You cannot step twice into the same river;
for fresh waters are ever flowing in upon you.”
The ancient Greeks seemed to understand cause
and effect much better than we do. Indeed, long before Plato sat at the feet of
Socrates — centuries even before Athens became the centre of the Hellenic
universe — these early thinkers clearly understood the fundamental
inter-connectedness of things. For them it was obvious: no matter how hard we
humans try to control our surroundings, we can’t just change one thing. Call it
the Law of Unintended Consequences. Or call it karma. Whatever. But we moderns
still struggle with that concept...
Consider today’s mountain tourism business.
Heck, you might set out to build a new on-mountain lift to solve one problem
and realize that it has created a whole set of other problems in its turn. But
then you could discover a new world of opportunities too. You just never know.
That’s why I thought I’d drop Hugh Smythe a
quick note about W/B’s latest mechanical mountain toy. It’s all about
unintended consequences. Read on. Who knows? It
make for fun New Year’s Eve chitchat.
Season’s Greetings! I’m sure you’re wondering
why you haven’t heard from me of late. But then I know you understand. What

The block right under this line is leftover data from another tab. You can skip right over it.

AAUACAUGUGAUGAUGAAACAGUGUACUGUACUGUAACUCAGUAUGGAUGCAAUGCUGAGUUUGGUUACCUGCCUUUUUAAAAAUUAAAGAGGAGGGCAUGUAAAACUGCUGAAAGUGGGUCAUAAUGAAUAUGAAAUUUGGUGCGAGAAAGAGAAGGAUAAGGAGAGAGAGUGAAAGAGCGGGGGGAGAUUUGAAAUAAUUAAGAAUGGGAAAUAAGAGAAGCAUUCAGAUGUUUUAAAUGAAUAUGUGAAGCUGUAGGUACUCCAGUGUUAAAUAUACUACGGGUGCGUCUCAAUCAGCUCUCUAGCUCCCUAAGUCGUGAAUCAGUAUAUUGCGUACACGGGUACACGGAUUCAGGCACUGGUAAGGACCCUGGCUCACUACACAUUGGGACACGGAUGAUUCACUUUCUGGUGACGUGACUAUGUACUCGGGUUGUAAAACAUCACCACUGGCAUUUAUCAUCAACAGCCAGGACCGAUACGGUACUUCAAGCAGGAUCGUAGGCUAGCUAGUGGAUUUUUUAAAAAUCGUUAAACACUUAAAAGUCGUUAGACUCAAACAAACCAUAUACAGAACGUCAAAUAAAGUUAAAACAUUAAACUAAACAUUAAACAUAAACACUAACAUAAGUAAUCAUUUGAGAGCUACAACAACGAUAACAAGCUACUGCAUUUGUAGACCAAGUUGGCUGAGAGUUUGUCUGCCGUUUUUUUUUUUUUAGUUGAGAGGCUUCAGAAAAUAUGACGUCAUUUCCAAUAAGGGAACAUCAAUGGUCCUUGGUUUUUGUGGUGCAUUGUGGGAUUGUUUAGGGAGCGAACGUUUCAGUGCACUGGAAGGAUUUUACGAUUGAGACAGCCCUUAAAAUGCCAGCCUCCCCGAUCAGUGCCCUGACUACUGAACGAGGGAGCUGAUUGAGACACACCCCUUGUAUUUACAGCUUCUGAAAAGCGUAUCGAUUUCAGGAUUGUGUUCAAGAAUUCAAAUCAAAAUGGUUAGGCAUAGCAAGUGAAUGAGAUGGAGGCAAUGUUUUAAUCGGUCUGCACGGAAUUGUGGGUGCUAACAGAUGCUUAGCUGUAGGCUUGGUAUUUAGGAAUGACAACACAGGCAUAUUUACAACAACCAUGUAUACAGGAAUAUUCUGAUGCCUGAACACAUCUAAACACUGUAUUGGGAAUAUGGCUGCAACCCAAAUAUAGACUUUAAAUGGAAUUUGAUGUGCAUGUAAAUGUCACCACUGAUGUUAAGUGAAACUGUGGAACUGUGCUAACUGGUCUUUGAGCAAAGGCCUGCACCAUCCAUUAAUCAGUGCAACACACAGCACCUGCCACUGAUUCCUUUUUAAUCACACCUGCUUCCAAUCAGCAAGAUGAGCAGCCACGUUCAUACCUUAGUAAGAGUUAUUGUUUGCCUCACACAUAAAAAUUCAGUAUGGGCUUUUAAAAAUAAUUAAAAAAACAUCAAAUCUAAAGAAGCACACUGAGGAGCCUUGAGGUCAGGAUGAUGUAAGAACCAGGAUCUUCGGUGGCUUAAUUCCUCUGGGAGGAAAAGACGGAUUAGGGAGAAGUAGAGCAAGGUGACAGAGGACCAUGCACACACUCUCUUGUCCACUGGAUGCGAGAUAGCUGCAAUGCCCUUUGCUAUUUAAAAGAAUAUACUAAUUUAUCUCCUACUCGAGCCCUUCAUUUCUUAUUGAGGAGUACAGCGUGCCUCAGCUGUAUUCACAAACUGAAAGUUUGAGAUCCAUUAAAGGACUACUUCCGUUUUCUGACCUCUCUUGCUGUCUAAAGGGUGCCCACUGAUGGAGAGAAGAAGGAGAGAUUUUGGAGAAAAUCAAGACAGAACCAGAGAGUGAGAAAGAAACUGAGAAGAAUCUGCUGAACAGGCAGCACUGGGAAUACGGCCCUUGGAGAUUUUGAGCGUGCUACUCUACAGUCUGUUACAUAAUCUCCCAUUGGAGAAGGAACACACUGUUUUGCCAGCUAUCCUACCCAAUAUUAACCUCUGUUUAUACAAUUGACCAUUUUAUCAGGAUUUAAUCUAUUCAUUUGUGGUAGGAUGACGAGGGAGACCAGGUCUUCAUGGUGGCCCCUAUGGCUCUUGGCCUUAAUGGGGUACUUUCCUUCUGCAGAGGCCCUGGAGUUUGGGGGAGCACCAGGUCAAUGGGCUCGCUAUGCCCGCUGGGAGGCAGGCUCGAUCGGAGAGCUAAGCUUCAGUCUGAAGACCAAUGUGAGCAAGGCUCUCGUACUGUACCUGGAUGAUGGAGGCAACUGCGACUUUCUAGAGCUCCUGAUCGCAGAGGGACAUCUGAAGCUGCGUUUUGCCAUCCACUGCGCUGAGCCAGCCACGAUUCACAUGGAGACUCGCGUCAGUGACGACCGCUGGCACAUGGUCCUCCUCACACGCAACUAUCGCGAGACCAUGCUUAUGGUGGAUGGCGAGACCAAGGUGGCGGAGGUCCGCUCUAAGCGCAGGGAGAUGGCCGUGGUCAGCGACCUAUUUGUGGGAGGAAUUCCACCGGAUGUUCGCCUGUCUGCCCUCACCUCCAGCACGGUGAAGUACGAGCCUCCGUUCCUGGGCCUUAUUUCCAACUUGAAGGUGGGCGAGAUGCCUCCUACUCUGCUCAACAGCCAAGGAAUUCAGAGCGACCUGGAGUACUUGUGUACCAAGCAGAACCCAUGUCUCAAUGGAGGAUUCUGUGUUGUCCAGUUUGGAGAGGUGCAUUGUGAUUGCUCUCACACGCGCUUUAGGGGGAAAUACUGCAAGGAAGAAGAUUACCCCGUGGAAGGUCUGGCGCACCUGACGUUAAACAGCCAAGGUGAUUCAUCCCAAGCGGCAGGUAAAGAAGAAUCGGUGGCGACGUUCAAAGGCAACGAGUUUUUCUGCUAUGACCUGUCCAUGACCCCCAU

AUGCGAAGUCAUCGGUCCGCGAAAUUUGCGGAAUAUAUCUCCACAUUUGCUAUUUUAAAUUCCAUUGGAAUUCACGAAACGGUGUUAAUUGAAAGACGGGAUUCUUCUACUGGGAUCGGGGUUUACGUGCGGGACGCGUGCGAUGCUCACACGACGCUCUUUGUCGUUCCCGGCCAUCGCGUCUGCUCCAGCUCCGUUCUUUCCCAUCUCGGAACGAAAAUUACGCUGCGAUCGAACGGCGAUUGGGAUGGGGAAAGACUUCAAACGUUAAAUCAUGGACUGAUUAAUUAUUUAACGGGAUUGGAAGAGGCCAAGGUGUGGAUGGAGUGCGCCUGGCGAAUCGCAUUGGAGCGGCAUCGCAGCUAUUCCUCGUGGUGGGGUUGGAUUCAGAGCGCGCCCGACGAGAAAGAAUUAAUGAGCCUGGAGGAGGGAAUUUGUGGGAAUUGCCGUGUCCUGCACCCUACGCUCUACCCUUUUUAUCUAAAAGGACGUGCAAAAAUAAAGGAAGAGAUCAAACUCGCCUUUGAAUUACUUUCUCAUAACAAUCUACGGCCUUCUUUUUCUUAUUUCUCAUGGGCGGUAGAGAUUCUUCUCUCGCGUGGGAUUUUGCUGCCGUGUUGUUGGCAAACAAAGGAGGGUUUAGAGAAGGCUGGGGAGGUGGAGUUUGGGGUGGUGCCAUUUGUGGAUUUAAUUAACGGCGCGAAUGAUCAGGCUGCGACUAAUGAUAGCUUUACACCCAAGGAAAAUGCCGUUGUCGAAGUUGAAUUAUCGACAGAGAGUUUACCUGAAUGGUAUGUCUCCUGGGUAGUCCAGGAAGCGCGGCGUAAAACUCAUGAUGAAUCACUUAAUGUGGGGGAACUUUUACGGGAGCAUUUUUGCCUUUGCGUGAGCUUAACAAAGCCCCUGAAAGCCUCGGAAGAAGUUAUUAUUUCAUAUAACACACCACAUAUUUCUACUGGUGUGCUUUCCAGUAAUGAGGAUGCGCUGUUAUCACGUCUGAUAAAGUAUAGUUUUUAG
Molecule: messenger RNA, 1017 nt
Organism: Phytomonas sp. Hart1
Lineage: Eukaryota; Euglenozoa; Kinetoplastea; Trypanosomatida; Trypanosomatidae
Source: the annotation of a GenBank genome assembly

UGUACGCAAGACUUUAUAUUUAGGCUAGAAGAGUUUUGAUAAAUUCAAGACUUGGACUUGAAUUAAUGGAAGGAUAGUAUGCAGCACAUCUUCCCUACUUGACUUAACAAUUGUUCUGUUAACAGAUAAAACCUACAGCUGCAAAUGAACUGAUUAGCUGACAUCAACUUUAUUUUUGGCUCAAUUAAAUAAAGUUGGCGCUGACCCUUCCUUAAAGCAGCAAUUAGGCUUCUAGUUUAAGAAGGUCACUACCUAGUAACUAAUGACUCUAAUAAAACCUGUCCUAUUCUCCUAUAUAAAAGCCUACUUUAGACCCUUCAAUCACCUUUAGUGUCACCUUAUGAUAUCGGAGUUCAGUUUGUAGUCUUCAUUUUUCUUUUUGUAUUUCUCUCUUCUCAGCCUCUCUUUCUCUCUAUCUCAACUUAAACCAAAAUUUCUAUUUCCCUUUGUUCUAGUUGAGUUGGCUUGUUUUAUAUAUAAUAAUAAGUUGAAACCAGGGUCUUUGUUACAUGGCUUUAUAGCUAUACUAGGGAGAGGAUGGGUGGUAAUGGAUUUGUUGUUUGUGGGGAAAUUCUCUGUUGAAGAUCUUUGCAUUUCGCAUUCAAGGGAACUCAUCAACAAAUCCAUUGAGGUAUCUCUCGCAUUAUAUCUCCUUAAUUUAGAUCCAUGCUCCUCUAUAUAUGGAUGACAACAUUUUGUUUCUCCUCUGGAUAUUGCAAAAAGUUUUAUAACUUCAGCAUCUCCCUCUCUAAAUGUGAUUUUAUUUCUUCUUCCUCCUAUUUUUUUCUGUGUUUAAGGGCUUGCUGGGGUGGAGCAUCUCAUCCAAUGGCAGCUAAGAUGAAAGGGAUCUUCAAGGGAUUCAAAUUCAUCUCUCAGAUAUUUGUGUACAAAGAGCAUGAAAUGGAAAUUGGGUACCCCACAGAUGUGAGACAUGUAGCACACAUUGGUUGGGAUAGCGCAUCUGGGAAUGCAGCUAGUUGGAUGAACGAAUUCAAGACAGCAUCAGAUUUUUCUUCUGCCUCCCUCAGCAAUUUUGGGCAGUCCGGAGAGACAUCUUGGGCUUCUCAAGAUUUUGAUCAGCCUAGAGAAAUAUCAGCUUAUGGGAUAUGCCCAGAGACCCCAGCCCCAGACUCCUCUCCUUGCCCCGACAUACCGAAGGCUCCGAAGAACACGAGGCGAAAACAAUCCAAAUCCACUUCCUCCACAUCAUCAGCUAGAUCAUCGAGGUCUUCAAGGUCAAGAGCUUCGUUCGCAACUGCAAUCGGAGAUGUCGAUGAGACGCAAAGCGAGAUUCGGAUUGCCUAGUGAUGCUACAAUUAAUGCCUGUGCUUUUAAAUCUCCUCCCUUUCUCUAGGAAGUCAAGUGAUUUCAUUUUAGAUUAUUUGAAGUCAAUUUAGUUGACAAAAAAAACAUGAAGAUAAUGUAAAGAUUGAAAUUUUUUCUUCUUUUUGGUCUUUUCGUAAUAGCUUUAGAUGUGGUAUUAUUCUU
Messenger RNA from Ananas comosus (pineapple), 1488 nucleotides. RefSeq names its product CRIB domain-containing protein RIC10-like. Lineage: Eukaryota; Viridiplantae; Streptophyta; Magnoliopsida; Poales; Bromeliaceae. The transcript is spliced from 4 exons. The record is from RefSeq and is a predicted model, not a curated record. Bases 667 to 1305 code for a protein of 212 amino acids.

with all the hullabaloo surrounding the opening of the Treeline Gondola (sorry,
I just can’t get my head around the ‘p2p’ moniker), I figured you were getting
all the positive reinforcement you needed for pulling off such a bold move.
And what a vintage Smythe move that was.
Forget Fortress. Forget the current leadership at Intrawest. This was all you.
What a fitting 21
century sequel to the story of the guy who
defied his Aspen bosses 23 years ago and stole a lift from Fortress Mountain to
give Blackcomb the crucial alpine edge it needed to survive. You know Hugh,
I’ve always believed that Whistler’s modern era was born on the day you
launched the 7th Heaven T-Bar…
I know. I know. I was highly critical of your
decision to build the Treeline Gondola. Didn’t believe Whistler needed it
frankly. More importantly, I really didn’t believe Whistler could afford it.
Still don’t. I mean, I get a real buzz from riding in my buddy’s Ferrari
— love all the shiny buttons and beautiful paint job and hand-tooled
leather seats and that great road-hugging feel as we go spinning through the
countryside — but I also know I’ll never own one myself. Why? Because
it’s not within my means.
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